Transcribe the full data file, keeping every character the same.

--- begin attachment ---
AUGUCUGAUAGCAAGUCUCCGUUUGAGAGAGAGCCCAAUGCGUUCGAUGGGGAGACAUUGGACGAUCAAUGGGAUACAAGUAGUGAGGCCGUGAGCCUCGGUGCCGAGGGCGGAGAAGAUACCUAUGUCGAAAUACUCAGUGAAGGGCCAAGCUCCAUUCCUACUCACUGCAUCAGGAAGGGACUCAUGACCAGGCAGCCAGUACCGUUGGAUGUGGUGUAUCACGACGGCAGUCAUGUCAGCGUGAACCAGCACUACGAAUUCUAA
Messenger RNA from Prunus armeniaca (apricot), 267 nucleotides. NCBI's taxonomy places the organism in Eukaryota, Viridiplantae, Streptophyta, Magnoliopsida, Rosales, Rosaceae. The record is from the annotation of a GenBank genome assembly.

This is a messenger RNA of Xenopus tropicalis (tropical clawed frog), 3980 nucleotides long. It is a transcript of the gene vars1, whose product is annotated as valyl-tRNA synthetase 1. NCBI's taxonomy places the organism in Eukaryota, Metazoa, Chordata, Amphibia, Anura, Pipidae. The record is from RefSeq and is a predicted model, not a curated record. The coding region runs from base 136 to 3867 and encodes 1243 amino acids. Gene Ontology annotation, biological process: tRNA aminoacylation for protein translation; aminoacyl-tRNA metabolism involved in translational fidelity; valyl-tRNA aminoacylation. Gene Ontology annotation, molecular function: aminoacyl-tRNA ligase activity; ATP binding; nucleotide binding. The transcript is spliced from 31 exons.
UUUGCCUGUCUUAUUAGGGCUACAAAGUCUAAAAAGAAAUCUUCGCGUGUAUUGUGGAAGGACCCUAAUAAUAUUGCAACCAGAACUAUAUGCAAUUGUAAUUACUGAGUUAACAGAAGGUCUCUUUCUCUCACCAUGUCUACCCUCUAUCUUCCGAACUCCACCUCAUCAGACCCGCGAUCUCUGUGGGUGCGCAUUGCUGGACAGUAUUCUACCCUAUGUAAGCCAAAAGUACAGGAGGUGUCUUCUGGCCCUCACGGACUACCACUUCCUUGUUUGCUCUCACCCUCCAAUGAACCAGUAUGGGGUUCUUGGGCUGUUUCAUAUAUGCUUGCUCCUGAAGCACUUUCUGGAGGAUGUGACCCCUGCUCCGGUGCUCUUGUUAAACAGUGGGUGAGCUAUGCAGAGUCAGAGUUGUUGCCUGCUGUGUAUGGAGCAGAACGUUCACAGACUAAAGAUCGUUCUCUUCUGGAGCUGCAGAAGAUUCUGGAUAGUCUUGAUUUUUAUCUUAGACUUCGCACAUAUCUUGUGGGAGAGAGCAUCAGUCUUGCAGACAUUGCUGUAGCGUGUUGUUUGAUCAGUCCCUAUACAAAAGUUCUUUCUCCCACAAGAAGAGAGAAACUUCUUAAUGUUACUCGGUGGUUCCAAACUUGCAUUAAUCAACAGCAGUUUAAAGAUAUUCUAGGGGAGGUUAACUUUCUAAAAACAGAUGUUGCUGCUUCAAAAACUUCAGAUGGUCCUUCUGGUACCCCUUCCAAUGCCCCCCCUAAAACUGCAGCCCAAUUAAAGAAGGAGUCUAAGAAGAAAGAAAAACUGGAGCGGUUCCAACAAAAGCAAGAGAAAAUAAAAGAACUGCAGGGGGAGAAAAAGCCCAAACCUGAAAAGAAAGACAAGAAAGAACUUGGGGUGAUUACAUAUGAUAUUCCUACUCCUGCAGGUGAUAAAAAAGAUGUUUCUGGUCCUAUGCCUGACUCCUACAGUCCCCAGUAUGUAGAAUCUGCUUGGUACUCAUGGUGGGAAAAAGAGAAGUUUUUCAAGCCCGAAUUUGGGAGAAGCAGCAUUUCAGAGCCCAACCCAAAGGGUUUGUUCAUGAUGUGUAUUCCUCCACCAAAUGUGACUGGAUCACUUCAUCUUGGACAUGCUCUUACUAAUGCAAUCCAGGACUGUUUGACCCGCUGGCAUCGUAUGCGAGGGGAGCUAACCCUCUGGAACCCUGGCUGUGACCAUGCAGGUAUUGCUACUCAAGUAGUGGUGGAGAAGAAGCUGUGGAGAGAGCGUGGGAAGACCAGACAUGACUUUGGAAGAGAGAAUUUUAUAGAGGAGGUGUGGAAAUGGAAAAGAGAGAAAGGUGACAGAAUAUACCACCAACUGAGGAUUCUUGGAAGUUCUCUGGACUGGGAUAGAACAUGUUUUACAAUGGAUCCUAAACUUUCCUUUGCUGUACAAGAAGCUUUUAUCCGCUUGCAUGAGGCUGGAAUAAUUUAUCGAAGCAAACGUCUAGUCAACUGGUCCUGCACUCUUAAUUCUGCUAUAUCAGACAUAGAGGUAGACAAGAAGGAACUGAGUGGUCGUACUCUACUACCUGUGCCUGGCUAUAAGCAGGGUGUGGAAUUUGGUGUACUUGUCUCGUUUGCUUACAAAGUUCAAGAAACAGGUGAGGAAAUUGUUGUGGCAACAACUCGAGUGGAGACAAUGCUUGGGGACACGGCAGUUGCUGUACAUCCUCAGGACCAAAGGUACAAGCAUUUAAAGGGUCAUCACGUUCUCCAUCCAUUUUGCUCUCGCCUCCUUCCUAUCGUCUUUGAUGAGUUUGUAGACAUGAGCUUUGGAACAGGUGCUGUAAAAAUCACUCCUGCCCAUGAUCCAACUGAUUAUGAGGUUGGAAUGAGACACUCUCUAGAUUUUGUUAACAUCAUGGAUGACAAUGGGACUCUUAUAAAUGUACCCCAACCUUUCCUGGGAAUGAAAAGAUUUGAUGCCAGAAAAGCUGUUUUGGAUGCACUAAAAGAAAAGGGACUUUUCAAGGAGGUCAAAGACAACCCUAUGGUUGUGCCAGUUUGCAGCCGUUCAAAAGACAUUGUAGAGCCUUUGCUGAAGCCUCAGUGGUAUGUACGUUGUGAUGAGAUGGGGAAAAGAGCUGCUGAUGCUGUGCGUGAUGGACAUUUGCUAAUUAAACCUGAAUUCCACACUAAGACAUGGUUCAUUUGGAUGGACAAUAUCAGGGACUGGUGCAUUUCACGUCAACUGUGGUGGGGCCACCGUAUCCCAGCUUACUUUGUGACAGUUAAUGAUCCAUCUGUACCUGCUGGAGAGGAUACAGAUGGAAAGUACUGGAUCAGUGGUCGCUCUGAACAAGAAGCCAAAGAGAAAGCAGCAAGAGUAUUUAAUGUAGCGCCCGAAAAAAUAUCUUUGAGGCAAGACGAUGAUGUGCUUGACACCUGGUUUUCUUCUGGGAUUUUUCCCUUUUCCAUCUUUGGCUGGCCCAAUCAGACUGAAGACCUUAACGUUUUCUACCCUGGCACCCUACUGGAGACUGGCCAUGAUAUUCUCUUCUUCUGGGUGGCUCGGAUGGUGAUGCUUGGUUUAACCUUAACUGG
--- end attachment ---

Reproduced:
AUGUCUGAUAGCAAGUCUCCGUUUGAGAGAGAGCCCAAUGCGUUCGAUGGGGAGACAUUGGACGAUCAAUGGGAUACAAGUAGUGAGGCCGUGAGCCUCGGUGCCGAGGGCGGAGAAGAUACCUAUGUCGAAAUACUCAGUGAAGGGCCAAGCUCCAUUCCUACUCACUGCAUCAGGAAGGGACUCAUGACCAGGCAGCCAGUACCGUUGGAUGUGGUGUAUCACGACGGCAGUCAUGUCAGCGUGAACCAGCACUACGAAUUCUAA
Messenger RNA from Prunus armeniaca (apricot), 267 nucleotides. NCBI's taxonomy places the organism in Eukaryota, Viridiplantae, Streptophyta, Magnoliopsida, Rosales, Rosaceae. The record is from the annotation of a GenBank genome assembly.

This is a messenger RNA of Xenopus tropicalis (tropical clawed frog), 3980 nucleotides long. It is a transcript of the gene vars1, whose product is annotated as valyl-tRNA synthetase 1. NCBI's taxonomy places the organism in Eukaryota, Metazoa, Chordata, Amphibia, Anura, Pipidae. The record is from RefSeq and is a predicted model, not a curated record. The coding region runs from base 136 to 3867 and encodes 1243 amino acids. Gene Ontology annotation, biological process: tRNA aminoacylation for protein translation; aminoacyl-tRNA metabolism involved in translational fidelity; valyl-tRNA aminoacylation. Gene Ontology annotation, molecular function: aminoacyl-tRNA ligase activity; ATP binding; nucleotide binding. The transcript is spliced from 31 exons.
UUUGCCUGUCUUAUUAGGGCUACAAAGUCUAAAAAGAAAUCUUCGCGUGUAUUGUGGAAGGACCCUAAUAAUAUUGCAACCAGAACUAUAUGCAAUUGUAAUUACUGAGUUAACAGAAGGUCUCUUUCUCUCACCAUGUCUACCCUCUAUCUUCCGAACUCCACCUCAUCAGACCCGCGAUCUCUGUGGGUGCGCAUUGCUGGACAGUAUUCUACCCUAUGUAAGCCAAAAGUACAGGAGGUGUCUUCUGGCCCUCACGGACUACCACUUCCUUGUUUGCUCUCACCCUCCAAUGAACCAGUAUGGGGUUCUUGGGCUGUUUCAUAUAUGCUUGCUCCUGAAGCACUUUCUGGAGGAUGUGACCCCUGCUCCGGUGCUCUUGUUAAACAGUGGGUGAGCUAUGCAGAGUCAGAGUUGUUGCCUGCUGUGUAUGGAGCAGAACGUUCACAGACUAAAGAUCGUUCUCUUCUGGAGCUGCAGAAGAUUCUGGAUAGUCUUGAUUUUUAUCUUAGACUUCGCACAUAUCUUGUGGGAGAGAGCAUCAGUCUUGCAGACAUUGCUGUAGCGUGUUGUUUGAUCAGUCCCUAUACAAAAGUUCUUUCUCCCACAAGAAGAGAGAAACUUCUUAAUGUUACUCGGUGGUUCCAAACUUGCAUUAAUCAACAGCAGUUUAAAGAUAUUCUAGGGGAGGUUAACUUUCUAAAAACAGAUGUUGCUGCUUCAAAAACUUCAGAUGGUCCUUCUGGUACCCCUUCCAAUGCCCCCCCUAAAACUGCAGCCCAAUUAAAGAAGGAGUCUAAGAAGAAAGAAAAACUGGAGCGGUUCCAACAAAAGCAAGAGAAAAUAAAAGAACUGCAGGGGGAGAAAAAGCCCAAACCUGAAAAGAAAGACAAGAAAGAACUUGGGGUGAUUACAUAUGAUAUUCCUACUCCUGCAGGUGAUAAAAAAGAUGUUUCUGGUCCUAUGCCUGACUCCUACAGUCCCCAGUAUGUAGAAUCUGCUUGGUACUCAUGGUGGGAAAAAGAGAAGUUUUUCAAGCCCGAAUUUGGGAGAAGCAGCAUUUCAGAGCCCAACCCAAAGGGUUUGUUCAUGAUGUGUAUUCCUCCACCAAAUGUGACUGGAUCACUUCAUCUUGGACAUGCUCUUACUAAUGCAAUCCAGGACUGUUUGACCCGCUGGCAUCGUAUGCGAGGGGAGCUAACCCUCUGGAACCCUGGCUGUGACCAUGCAGGUAUUGCUACUCAAGUAGUGGUGGAGAAGAAGCUGUGGAGAGAGCGUGGGAAGACCAGACAUGACUUUGGAAGAGAGAAUUUUAUAGAGGAGGUGUGGAAAUGGAAAAGAGAGAAAGGUGACAGAAUAUACCACCAACUGAGGAUUCUUGGAAGUUCUCUGGACUGGGAUAGAACAUGUUUUACAAUGGAUCCUAAACUUUCCUUUGCUGUACAAGAAGCUUUUAUCCGCUUGCAUGAGGCUGGAAUAAUUUAUCGAAGCAAACGUCUAGUCAACUGGUCCUGCACUCUUAAUUCUGCUAUAUCAGACAUAGAGGUAGACAAGAAGGAACUGAGUGGUCGUACUCUACUACCUGUGCCUGGCUAUAAGCAGGGUGUGGAAUUUGGUGUACUUGUCUCGUUUGCUUACAAAGUUCAAGAAACAGGUGAGGAAAUUGUUGUGGCAACAACUCGAGUGGAGACAAUGCUUGGGGACACGGCAGUUGCUGUACAUCCUCAGGACCAAAGGUACAAGCAUUUAAAGGGUCAUCACGUUCUCCAUCCAUUUUGCUCUCGCCUCCUUCCUAUCGUCUUUGAUGAGUUUGUAGACAUGAGCUUUGGAACAGGUGCUGUAAAAAUCACUCCUGCCCAUGAUCCAACUGAUUAUGAGGUUGGAAUGAGACACUCUCUAGAUUUUGUUAACAUCAUGGAUGACAAUGGGACUCUUAUAAAUGUACCCCAACCUUUCCUGGGAAUGAAAAGAUUUGAUGCCAGAAAAGCUGUUUUGGAUGCACUAAAAGAAAAGGGACUUUUCAAGGAGGUCAAAGACAACCCUAUGGUUGUGCCAGUUUGCAGCCGUUCAAAAGACAUUGUAGAGCCUUUGCUGAAGCCUCAGUGGUAUGUACGUUGUGAUGAGAUGGGGAAAAGAGCUGCUGAUGCUGUGCGUGAUGGACAUUUGCUAAUUAAACCUGAAUUCCACACUAAGACAUGGUUCAUUUGGAUGGACAAUAUCAGGGACUGGUGCAUUUCACGUCAACUGUGGUGGGGCCACCGUAUCCCAGCUUACUUUGUGACAGUUAAUGAUCCAUCUGUACCUGCUGGAGAGGAUACAGAUGGAAAGUACUGGAUCAGUGGUCGCUCUGAACAAGAAGCCAAAGAGAAAGCAGCAAGAGUAUUUAAUGUAGCGCCCGAAAAAAUAUCUUUGAGGCAAGACGAUGAUGUGCUUGACACCUGGUUUUCUUCUGGGAUUUUUCCCUUUUCCAUCUUUGGCUGGCCCAAUCAGACUGAAGACCUUAACGUUUUCUACCCUGGCACCCUACUGGAGACUGGCCAUGAUAUUCUCUUCUUCUGGGUGGCUCGGAUGGUGAUGCUUGGUUUAACCUUAACUGG